India’s growing population is, at times, held accountable for many of the challenges that the nation faces—housing, unemployment, pollution, depletion of natural resources, poverty, poor health, etc. If we look at Japan, a population decrease of 1 million over the last five years has become a cause of concern for the nation’s economic growth. From that perspective, India is at an advantage because the age group of 15-64 years, which makes up 66% of the population (85,15,21,155 people), comprises of both potential and incumbent workforce that are drivers of growth. But a high disease burden and a sharp disparity in access to healthcare services have been a cause of resistance in the nation’s pathway to progress for a very long time.
In 2015, the CII made a proposal to the Prime Minister titled ‘Health Assurance to All: Leveraging the Power of a Billion’. It recommended a health insurance model for provision of secondary and tertiary services to the underprivileged and strengthening the preventive health system in the country. The objective was to deliver healthcare to every single person irrespective of her socioeconomic background.
Thereafter, Universal Healthcare became a rationale for any intervention implemented in the healthcare field. It is a matter of pride that the two pillars of Ayushman Bharat—National Health Protection Scheme (NHPS) and Setting up of Primary Health Centres (PHCs)—have not only embraced Universal Healthcare as its objective, but also subsumed quite a few of our recommendations under its umbrella.
The NHPS will provide healthcare assurance of `5 lakh to 10 crore underprivileged families (50 crore people) for secondary and tertiary healthcare services. Being a scheme of such a massive scale, the stakeholders involved are also far too many and, hence, the impact of its implementation is going to be trans-sectoral. It is predicted that 1 lakh jobs will be created. Besides medical professionals, IT, infrastructure, MSME, medical technology, banking and other sectors will have to get involved, driving various aspects of this mission. Even though private care providers hail this scheme, they also sincerely hope this is financially viable to them with timely reimbursements and appropriate package rates. Many deliberations have happened on these issues and developments are under way.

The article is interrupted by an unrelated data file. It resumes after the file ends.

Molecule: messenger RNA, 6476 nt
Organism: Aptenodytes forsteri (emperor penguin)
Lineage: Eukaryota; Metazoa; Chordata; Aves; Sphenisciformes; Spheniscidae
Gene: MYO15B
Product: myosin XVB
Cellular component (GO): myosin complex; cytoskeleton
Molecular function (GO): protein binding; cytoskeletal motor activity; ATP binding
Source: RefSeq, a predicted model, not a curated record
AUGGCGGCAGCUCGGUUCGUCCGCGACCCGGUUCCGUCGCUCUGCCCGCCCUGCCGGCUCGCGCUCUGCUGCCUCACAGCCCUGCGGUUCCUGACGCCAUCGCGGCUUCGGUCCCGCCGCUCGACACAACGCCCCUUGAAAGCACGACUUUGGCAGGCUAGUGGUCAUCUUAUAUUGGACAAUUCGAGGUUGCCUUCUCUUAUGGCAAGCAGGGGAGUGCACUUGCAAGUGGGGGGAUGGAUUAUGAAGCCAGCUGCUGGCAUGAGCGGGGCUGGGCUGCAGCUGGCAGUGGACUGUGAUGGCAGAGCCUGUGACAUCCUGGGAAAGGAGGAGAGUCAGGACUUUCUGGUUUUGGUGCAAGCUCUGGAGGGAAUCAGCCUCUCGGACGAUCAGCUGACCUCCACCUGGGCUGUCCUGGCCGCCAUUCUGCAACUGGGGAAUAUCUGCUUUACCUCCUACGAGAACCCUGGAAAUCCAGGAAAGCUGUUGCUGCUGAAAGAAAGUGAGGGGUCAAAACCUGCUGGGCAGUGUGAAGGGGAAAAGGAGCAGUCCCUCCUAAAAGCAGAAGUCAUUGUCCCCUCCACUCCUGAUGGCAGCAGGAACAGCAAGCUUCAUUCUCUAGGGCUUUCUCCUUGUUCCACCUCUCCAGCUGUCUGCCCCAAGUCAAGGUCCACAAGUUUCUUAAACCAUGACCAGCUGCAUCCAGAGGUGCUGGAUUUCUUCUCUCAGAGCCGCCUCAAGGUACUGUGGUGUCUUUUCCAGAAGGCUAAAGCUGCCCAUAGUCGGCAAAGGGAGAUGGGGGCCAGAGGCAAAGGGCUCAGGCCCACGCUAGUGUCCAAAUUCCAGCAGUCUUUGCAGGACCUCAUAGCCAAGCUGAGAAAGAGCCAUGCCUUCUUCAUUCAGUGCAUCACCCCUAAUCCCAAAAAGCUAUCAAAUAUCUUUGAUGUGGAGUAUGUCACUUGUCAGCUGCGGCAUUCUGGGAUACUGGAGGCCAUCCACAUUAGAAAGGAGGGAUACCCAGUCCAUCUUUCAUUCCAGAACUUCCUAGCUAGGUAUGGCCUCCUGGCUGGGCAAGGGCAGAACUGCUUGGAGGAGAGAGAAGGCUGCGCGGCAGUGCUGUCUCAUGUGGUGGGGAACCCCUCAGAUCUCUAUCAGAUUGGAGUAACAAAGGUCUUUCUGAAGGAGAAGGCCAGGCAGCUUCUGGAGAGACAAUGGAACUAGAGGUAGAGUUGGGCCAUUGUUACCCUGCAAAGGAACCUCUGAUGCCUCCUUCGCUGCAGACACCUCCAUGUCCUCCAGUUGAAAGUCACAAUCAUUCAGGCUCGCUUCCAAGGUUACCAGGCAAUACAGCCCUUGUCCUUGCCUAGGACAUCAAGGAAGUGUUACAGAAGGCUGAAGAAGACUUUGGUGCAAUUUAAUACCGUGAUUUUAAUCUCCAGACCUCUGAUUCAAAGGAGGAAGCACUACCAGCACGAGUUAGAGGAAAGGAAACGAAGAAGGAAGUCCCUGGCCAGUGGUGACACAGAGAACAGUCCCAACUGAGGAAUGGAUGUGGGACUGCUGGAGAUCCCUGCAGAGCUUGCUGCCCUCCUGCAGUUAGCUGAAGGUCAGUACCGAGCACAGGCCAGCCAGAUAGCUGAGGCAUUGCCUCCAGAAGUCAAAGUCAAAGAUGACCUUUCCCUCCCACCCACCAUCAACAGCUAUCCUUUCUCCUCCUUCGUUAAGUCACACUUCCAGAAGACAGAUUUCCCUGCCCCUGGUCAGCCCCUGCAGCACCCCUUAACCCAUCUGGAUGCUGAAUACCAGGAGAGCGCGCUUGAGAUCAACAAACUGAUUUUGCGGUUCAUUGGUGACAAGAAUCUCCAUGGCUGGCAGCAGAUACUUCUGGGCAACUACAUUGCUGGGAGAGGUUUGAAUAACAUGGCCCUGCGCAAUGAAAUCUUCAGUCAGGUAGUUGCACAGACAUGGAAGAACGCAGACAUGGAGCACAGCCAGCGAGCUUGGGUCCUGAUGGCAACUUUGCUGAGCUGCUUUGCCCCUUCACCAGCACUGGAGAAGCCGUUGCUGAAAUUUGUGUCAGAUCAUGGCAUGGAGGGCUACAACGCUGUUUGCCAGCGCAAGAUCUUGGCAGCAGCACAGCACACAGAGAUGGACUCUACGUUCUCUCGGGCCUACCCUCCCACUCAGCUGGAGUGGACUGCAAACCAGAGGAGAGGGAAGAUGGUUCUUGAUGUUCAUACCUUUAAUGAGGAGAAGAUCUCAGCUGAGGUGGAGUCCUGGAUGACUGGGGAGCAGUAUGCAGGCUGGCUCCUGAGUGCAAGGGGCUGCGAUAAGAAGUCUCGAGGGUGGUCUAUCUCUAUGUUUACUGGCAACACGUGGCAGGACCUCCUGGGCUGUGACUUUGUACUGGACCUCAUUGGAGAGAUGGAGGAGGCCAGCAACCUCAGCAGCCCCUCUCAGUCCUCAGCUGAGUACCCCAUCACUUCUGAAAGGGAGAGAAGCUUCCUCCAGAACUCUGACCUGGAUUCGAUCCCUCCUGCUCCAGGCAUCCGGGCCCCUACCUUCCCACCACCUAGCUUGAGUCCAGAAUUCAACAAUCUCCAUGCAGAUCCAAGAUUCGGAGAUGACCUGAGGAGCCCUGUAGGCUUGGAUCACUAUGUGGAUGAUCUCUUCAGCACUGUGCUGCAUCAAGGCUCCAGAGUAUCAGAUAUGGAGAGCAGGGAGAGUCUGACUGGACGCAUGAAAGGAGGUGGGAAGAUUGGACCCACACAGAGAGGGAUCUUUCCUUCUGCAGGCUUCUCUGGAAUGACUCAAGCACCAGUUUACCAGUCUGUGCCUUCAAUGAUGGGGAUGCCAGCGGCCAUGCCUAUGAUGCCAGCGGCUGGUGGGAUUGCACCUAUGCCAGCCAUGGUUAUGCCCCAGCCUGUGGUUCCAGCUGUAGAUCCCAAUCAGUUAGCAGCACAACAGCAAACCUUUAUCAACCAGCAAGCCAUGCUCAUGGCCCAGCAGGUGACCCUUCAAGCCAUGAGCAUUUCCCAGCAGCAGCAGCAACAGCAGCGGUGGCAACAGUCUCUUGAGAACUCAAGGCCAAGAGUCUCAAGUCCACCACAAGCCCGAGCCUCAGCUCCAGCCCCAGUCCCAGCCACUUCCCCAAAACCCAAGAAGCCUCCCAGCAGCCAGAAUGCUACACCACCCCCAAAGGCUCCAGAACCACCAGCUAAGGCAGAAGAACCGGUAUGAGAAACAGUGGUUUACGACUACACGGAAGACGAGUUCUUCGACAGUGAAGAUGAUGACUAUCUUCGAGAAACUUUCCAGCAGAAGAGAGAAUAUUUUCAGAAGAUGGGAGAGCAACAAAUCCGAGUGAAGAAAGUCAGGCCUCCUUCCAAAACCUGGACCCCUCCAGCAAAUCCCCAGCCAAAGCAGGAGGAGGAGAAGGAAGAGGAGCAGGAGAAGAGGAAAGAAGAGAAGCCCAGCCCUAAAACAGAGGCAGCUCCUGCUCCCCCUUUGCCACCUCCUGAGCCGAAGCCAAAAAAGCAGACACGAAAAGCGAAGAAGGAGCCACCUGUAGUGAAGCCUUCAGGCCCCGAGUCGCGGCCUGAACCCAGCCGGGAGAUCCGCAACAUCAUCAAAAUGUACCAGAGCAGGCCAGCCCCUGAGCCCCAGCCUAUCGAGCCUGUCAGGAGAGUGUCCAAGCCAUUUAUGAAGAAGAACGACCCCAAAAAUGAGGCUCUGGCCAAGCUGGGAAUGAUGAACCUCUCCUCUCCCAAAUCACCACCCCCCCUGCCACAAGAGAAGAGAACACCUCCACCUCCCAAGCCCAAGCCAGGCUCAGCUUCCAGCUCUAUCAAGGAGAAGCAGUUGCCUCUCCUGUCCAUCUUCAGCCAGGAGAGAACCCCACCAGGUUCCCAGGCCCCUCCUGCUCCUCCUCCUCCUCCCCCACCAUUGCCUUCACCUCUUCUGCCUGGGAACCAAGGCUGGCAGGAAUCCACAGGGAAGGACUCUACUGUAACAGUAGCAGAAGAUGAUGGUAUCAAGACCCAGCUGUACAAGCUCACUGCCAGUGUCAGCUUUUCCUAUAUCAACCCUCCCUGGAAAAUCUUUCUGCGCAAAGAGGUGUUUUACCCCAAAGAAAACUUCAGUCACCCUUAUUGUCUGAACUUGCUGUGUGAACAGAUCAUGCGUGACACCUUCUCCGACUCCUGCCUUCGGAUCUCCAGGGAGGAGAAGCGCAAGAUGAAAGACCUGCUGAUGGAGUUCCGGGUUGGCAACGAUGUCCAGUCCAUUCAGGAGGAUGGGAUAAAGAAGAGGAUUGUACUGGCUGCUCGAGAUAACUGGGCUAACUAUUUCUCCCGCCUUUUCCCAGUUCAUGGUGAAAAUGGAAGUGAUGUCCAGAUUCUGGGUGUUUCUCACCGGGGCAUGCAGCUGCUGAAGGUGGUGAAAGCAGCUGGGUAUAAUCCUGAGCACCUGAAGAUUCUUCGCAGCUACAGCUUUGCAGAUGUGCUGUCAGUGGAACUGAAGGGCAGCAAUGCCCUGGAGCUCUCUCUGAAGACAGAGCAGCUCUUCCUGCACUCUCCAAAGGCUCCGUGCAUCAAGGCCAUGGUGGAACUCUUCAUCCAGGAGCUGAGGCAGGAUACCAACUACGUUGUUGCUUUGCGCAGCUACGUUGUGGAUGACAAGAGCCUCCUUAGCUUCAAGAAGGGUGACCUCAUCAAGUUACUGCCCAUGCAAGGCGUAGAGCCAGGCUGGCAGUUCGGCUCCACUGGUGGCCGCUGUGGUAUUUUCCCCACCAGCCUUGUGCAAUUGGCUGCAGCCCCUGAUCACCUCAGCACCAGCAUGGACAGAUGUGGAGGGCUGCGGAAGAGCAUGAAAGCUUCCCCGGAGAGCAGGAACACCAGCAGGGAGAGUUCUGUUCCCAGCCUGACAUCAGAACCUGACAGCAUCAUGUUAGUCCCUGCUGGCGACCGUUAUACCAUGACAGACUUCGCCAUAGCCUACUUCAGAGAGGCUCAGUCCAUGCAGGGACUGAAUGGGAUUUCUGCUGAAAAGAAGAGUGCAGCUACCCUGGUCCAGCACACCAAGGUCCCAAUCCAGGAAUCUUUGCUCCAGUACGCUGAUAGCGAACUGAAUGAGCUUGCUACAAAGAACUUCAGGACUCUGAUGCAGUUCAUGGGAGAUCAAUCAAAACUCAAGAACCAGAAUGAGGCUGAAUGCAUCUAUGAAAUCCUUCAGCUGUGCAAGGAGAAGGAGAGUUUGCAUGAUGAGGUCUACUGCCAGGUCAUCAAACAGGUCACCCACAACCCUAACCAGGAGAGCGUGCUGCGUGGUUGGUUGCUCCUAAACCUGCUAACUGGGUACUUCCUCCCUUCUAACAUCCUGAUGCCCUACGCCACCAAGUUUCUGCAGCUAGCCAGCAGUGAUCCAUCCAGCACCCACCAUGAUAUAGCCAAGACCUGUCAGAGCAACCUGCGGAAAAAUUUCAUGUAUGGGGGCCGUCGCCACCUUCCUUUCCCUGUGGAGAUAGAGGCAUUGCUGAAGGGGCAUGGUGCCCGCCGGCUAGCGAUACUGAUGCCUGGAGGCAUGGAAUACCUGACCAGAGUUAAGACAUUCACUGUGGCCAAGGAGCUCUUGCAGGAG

The second pillar of Ayushman Bharat will focus on preventive healthcare by setting up 1.5 lakh PHCs. An adequate workforce is the dire need for these establishments to function efficiently. The infrastructure sector will have a big role to play as the scheme envisions strengthening primary healthcare system in tier-2 and tier-3 cities. This enormous addition to the healthcare landscape cannot be efficacious without the additional support of a skilled manpower and medical diagnostics. Since this is the first point of contact between the patient and healthcare services, it will play a crucial role in diagnosis and screening of diseases at initial stages, reducing the burden on secondary and tertiary services. Enhancing skill-sets of the existing workforce, defining career progression pathways for medical professionals, leveraging virtual training platforms, developing a robust physician development programme for up-skilling of MBBS doctors are some of the areas to intervene to build requisite human resource. This mission will not only be restricted to urban areas, but will also expand to the remotest of districts, thereby bringing about rural development. This is a good occasion for MSMEs to gain a foothold, thereby providing an impetus to their growth and contributing to overall development. Other industries must find opportunities in this gigantic scheme and, I am sure, many areas of inter-sectoral collaboration will come to the fore as the scheme unfurls.
This journey can be seamless if we consider our population our strength. With the current burden of challenges India has overcome China, by becoming the fastest growing nation. It is difficult not to expect even bigger accomplishments with a healthier workforce. Ayushman Bharat is the foundation stone for a stable nation-building process that would not only encourage inter-sectoral collaboration, enhancing industrial growth, but also result in a productive and healthy workforce for the growth of the nation.
The author is a Director General, CII